In this study, ownership or use of an ITN showed no statistically significant protective effect against P. falciparum, and was associated with increased infection with P. vivax. While this finding is out of line with the literature and large-scale evaluation research, lack of protection from net use has been reported in observational studies in Ethiopia before [28-31]. In this context, these results could derive from a combination of factors including the prevalence of old and ineffective nets, the epidemiology of P. vivax infection, endogeneity between the use of nets and malaria risk or simply the limited sample size.

In order to assess effect-modification through the relaxed use of protective measures during travel the interaction between net use and travel was tested. Though the interaction term was statistically insignificant in this context, this was possibly hampered by small sample size. Regardless, the low level of use of LLIN use indicates the need to focus on developing a strong distribution system to maintain LLIN coverage over time, and to increase use among those travelling and staying away from their home overnight.

While this study indicates travel is a risk factor for P. falciparum infection, the study is a small case–control study of limited geographic scope. Because this study focused only on patients presenting at one health centre, the study has limited external validity. Data collection from national parasitemia surveys or at a minimum from multiple health centres would help to make these results more generalizable. Further, the size of the adjusted odds ratios found indicate that travel is not a strong risk factor. However, given that the study area has higher transmission than some other areas of Ethiopia, notably the Rift Valley basin near Eritrea or highland areas, travel may be an even more important factor in other areas of the country [27]. Travel history is also a potentially difficult variable to measure retrospectively; patients may not remember the dates or duration of their travel accurately over long recall periods. For this reason questions on travel were limited to the 30 days before the administration of the questionnaire. However, recall bias may still be present. Further, this study did not attempted to differentiate between travel in the previous week and travel occurring more than a week previously, which might help to focus results on the period during which an infection would have to have occurred in order to produce current symptoms.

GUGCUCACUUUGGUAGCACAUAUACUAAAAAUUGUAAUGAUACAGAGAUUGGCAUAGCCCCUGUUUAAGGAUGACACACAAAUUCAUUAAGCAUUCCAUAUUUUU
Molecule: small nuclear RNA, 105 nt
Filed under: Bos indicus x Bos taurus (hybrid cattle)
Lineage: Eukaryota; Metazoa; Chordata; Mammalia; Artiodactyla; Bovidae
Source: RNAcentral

The epidemiology of P. vivax is generally poorly explored [32] and given the current lack of a sound method for distinguishing relapses from current infections this study cannot distinguish between travel as a risk factor for new infection, likely diluting the potential effects. Nevertheless, P. vivax transmission is likely to be more resilient to interventions that reduce transmission pressure for several reasons including greater and more rapid production of gametocytes, shorter extrinsic incubation periods and the dormant liver stage [32]. As such travel might be expected to be less of a factor in the acquisition of new P. vivax infections in this setting but could easily contribute to the maintenance of transmission even in very low transmission areas.

Derivation of travel history from individual recall is likely to be subject to recall bias. Recent technological developments including inexpensive small Global Positioning System data loggers and mobile phones may give rise to the ability to correct for these biases to some extent, by allowing for relatively fine scale temporal and spatial tracking of human or at least device movement [33,34]. The results of this study indicate that increased risk of infection may arise not only from the movement of individuals themselves but also from changes in behaviour coupled with travel. Such behaviour changes cannot currently be tracked using mobile phone databases or GPS logging systems and as such individual survey methods may still be required to fully understand the epidemiology of malaria infection and its interaction with travel and human movement patterns.

These findings suggest that careful consideration should be given to travellers and perhaps especially adult men in areas of moderate transmission in Ethiopia. These individuals appear to be at the highest risk of malaria infection. While this study cannot determine if the risk evolves from travel to areas of higher risk or relaxation of behavioural preventative measures during travel, it indicates the potential for interventions on communicating the importance of maintaining behavioural prevention activities, such as use of bed nets during travel. It additionally suggests that such communication measures might be most advantageous if targeted towards men.

Conclusions

Travel is a risk factor for P. falciparum infection in a highland fringe area of Oromia, Ethiopia while male sex is a risk factor for all types of malaria infection. Men travel more frequently overnight than women, importation of infections may be an important contributor to maintenance of transmission even in relatively high transmission areas for Ethiopia. Further investigation quantifying the role of importation of infections to endemic areas could contribute to programmatic strategies to locally interrupt transmission in Ethiopia.

Competing interests

The authors declare that they have no competing interests.

Authors’ contributions

JY, JK and CT conceived the study, developed the methods, conducted the analysis and drafted the manuscript. TE and RR contributed to study development and drafting of the manuscript. HN, YB and CT contributed to the development of study methods, collected the data, and critically read and contributed to the drafting of the manuscript. All authors read and approved the final manuscript.

Acknowledgements

We would like to thank the staff and patients from Bulbulla health centre who have supported and participated in this work.